Thank you for your help

      • John Boxall says:

        Hello
        Each cycle n my demonstraton was a read/wrte to each address. The fnal count was the number of my cycles untl one of the addresses was at fault. Therefore ths exceeded the data sheet specfcaton. However you need to take nto consderaton temperature as well, the test was conducted n a room around 22 degrees C. If you are plannng somethng I would stll stck wth Atmel’s spec n the data sheet. Or n other words, always plan for the worst. :)
        cheers
        john

  3. Sergio says:

    Great, thanks for that explanaton.

    I thought each wrte OR read counted towards the 100,000 lmt, but ts a cycle of both of them whch add a unt.

    I wll do my calculatons usng the 100,000 cycles, but I was qute surprse that you could get 10x more out of the chp, I thought I was not understandng somethng.

    Thanks a lot.

    • John Boxall says:

      In ths case my ATmega328 lasted a lot longer than expected :)

      • Sergio says:

        H agan, I have got a further queston, hope t s ok.

        The expected lfecycle s for a certan address? I mean can I expect a 100.000cycles (read/wrte) to address 0, then another 100.000cycles to address 1, etc etc…
        or does any cycle affect the whole EEPROM towards the lmt?

        Thank you.

      • John Boxall says:

        H Sergo
        Lookng at the Atmel data sheet ths s not specfcally mentoned. However consderng my experence I would say t s 100,000 read/wrte cycles for each address.
        cheers
        john

      • Sergio says:

        Great thanks, that s what I was expectng but good to know you beleve that too.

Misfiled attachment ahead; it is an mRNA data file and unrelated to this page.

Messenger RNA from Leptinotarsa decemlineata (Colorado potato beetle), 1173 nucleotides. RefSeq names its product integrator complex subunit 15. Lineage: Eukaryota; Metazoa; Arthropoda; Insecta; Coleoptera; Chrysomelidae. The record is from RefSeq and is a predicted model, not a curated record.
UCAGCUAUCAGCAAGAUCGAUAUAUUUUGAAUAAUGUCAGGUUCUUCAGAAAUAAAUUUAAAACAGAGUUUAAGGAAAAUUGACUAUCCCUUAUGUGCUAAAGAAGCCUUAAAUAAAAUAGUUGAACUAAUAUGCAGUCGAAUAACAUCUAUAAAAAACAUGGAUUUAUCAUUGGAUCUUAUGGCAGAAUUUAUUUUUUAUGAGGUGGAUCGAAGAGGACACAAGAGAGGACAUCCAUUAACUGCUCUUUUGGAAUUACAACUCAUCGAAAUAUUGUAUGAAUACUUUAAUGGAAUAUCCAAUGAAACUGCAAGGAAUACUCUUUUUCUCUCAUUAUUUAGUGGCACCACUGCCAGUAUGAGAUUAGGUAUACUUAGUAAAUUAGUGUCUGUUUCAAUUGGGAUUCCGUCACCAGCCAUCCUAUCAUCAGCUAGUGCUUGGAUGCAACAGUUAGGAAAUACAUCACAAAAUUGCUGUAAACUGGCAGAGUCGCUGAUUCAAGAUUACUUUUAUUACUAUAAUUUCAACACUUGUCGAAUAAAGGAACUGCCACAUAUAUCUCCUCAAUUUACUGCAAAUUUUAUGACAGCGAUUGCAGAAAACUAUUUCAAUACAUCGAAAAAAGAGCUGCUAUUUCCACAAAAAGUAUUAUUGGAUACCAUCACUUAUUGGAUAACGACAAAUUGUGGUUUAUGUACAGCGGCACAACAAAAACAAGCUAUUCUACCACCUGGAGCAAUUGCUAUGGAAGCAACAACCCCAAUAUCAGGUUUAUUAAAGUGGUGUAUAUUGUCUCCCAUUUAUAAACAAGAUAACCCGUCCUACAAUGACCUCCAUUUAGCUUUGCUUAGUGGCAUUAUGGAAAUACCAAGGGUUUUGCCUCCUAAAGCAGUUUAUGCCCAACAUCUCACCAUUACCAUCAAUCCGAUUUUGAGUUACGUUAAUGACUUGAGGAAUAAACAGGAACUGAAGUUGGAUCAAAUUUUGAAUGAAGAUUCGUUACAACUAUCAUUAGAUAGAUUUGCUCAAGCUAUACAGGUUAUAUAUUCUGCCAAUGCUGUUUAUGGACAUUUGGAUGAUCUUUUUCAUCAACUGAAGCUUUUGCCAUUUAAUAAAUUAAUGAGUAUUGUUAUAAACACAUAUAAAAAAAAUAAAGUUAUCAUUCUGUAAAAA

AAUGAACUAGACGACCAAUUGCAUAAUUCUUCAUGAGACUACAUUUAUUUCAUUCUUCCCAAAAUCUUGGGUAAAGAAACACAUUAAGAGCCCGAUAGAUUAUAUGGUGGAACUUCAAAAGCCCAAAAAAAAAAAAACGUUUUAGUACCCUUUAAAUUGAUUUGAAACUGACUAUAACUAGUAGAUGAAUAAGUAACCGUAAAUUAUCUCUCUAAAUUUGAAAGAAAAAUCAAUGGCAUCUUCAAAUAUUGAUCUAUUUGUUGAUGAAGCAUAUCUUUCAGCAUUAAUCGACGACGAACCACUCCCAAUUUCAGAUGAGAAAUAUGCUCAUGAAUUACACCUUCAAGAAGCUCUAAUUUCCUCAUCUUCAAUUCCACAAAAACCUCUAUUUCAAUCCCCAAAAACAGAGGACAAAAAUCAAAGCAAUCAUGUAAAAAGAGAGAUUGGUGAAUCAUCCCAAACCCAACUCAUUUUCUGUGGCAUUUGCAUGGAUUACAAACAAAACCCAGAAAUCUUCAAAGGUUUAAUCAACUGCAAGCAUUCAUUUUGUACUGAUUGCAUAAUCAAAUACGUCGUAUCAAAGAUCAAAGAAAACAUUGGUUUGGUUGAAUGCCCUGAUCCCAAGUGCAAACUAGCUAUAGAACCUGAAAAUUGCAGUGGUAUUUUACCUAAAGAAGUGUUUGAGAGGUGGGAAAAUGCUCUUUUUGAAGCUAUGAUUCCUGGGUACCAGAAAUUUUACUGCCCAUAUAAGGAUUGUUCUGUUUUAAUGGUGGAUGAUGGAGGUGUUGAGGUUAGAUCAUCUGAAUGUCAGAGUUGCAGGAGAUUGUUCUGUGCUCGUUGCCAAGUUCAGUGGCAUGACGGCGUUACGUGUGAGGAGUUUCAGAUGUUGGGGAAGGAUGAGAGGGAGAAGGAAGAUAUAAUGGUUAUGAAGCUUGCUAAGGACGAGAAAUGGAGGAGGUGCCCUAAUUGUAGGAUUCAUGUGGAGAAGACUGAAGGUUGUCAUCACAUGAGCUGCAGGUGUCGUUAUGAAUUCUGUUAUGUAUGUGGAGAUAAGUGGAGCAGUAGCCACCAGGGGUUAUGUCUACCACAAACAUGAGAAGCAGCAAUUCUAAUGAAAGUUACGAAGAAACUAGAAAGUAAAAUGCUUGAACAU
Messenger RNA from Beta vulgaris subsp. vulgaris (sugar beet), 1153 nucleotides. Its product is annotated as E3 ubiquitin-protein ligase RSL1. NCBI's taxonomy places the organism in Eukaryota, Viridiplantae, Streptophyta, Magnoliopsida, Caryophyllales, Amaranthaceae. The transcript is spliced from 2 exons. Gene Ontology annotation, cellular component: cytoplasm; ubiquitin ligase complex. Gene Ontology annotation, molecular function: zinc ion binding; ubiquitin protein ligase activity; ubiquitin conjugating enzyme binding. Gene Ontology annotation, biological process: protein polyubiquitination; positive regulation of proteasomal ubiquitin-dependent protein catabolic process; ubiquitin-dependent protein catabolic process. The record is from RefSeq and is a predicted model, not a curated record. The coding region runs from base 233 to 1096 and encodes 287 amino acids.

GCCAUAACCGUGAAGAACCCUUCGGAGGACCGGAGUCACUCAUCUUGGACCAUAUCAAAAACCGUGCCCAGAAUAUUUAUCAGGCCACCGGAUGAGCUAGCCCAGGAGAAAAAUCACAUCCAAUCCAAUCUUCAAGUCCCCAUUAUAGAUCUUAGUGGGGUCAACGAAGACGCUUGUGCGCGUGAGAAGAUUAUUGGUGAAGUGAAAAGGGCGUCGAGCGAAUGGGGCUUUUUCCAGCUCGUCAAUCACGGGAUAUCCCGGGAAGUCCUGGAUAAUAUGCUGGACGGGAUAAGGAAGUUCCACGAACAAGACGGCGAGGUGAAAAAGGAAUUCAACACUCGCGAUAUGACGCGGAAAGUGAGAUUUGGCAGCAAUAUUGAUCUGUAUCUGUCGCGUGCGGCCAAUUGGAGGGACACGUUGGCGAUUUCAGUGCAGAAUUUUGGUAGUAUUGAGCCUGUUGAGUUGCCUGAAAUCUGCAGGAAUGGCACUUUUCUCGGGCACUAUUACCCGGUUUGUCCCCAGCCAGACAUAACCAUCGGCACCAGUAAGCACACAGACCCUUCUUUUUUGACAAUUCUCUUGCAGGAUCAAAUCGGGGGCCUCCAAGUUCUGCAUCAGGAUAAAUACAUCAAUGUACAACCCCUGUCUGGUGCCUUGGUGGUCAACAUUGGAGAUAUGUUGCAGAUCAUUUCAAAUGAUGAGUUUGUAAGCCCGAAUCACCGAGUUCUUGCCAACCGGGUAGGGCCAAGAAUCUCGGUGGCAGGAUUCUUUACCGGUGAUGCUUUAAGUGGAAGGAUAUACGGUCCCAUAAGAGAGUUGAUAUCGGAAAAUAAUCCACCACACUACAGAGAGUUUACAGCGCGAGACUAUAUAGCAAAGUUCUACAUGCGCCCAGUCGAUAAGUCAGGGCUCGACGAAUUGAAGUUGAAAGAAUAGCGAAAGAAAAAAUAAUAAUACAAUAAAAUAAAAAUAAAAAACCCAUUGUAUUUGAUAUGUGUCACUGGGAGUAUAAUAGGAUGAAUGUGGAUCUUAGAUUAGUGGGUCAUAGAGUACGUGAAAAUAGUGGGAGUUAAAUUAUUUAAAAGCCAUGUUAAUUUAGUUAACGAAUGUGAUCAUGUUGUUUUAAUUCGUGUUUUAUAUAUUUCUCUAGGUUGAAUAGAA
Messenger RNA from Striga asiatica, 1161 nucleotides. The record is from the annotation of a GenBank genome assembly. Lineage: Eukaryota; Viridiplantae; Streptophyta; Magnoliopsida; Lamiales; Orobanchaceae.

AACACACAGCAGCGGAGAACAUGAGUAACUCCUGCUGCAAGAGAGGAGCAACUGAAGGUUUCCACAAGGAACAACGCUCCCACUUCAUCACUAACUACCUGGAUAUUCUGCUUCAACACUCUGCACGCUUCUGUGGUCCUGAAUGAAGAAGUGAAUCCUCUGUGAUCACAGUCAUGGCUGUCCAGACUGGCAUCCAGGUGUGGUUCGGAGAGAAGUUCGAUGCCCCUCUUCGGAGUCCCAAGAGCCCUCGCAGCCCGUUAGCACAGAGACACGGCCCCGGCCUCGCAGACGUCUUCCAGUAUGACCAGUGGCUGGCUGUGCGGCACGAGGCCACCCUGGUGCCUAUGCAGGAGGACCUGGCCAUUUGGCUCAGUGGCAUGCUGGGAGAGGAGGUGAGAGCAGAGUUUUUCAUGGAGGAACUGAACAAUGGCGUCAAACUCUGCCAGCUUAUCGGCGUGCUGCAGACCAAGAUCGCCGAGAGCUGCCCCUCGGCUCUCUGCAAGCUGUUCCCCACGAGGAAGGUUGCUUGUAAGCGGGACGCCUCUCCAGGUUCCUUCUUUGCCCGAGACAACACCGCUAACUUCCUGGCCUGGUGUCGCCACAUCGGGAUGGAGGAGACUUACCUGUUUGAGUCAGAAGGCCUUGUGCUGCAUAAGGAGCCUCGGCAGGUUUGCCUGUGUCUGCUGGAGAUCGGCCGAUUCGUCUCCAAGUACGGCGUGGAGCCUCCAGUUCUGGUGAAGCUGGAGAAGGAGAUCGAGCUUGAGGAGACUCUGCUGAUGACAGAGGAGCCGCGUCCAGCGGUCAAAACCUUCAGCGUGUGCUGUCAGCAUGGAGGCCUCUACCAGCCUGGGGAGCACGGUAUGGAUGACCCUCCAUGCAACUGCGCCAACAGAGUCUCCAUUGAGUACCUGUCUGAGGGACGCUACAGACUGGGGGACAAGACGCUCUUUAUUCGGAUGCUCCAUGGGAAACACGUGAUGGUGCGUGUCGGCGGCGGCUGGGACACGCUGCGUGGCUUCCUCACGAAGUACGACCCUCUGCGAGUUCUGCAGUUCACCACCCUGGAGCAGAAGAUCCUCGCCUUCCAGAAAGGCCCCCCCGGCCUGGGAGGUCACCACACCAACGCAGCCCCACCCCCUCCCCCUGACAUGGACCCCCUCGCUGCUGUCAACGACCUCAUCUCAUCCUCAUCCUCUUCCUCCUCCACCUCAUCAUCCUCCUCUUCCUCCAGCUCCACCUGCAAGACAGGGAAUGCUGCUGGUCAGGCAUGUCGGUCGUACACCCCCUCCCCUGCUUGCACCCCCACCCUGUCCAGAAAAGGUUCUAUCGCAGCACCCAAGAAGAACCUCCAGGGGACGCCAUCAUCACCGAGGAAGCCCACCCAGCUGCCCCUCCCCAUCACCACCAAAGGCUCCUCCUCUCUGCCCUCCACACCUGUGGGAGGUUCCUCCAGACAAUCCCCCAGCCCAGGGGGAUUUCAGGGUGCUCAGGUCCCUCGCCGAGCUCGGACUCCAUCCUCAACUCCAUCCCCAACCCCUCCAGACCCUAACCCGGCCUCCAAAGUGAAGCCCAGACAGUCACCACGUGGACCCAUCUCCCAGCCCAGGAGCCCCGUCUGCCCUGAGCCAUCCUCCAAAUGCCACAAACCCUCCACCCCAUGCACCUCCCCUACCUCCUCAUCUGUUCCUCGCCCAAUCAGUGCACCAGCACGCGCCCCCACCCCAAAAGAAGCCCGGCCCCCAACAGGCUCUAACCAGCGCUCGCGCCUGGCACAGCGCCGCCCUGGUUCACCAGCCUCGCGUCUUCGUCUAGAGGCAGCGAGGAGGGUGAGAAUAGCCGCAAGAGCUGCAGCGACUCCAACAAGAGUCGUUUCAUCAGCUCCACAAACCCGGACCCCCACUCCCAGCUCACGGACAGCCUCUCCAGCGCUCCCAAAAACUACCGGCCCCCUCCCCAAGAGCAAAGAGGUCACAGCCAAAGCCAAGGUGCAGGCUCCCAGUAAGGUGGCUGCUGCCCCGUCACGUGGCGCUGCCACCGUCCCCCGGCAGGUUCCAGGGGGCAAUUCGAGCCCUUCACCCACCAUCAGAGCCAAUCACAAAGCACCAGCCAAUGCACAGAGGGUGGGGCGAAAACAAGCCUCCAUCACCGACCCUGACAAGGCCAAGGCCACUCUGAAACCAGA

Once agan, thanks for takng the tme to answer me.

  4. Duncan says:

    I can see occasons when the runnng sketch would want to save acqured data values to EEPROM, but how about when there are a set of pre-determned values?

    I have a number of values between 0 and 1024 whch I need to store (23 values for the frst condton, 27 for the second, 25 for the thrd and 25 for the fourth) and then read and send va IR to a remote devce and I’d also want to srore the current software verson n EEPROM.

    Is t possble to wrte values dectly to the EEPROM space durng sketch upload – or as a seperate operaton from the PC?

    • John Boxall says:

      You could nclude a functon n your sketch that sends the data to the EEPROM for you; or you could create a separate applcaton that just copes the data to the EEPROM. I would use the latter as t puts less stress on the EEPROM.
      john

      • Duncan says:

        It was, I thnk, the second opton that was hopng to do (f I understand you correctly) but I cannot fnd out how to acheve t. I found two artcles on the nternet – one related to “LadyAda” that was totally unntelgble to me and the other whch looked promsng and then contaned the words “whch s beyond the scope of ths artcle”…

        It seems to me to be a perfectly reasonable thng to want to do n the case of data that does not change and s called from wthn the sketch runnng on the Arduno wthout the overhead of havng all that data contaned wthn the sketch (thereby usng up valuable space) and wrtng t nto EEPROM every tme the sketch boots – as I thnk would be the case n the frst opton you suggested.

      • John Boxall says:

        Mm. You could wrte a sketch to accept numbers usng the seral montor box, and store them n the EEPROM. Then the sketch would know how to read those values from the EEPROM. No wasted sketch space. We looked at acceptng numbers from the seral montor n chapter eght.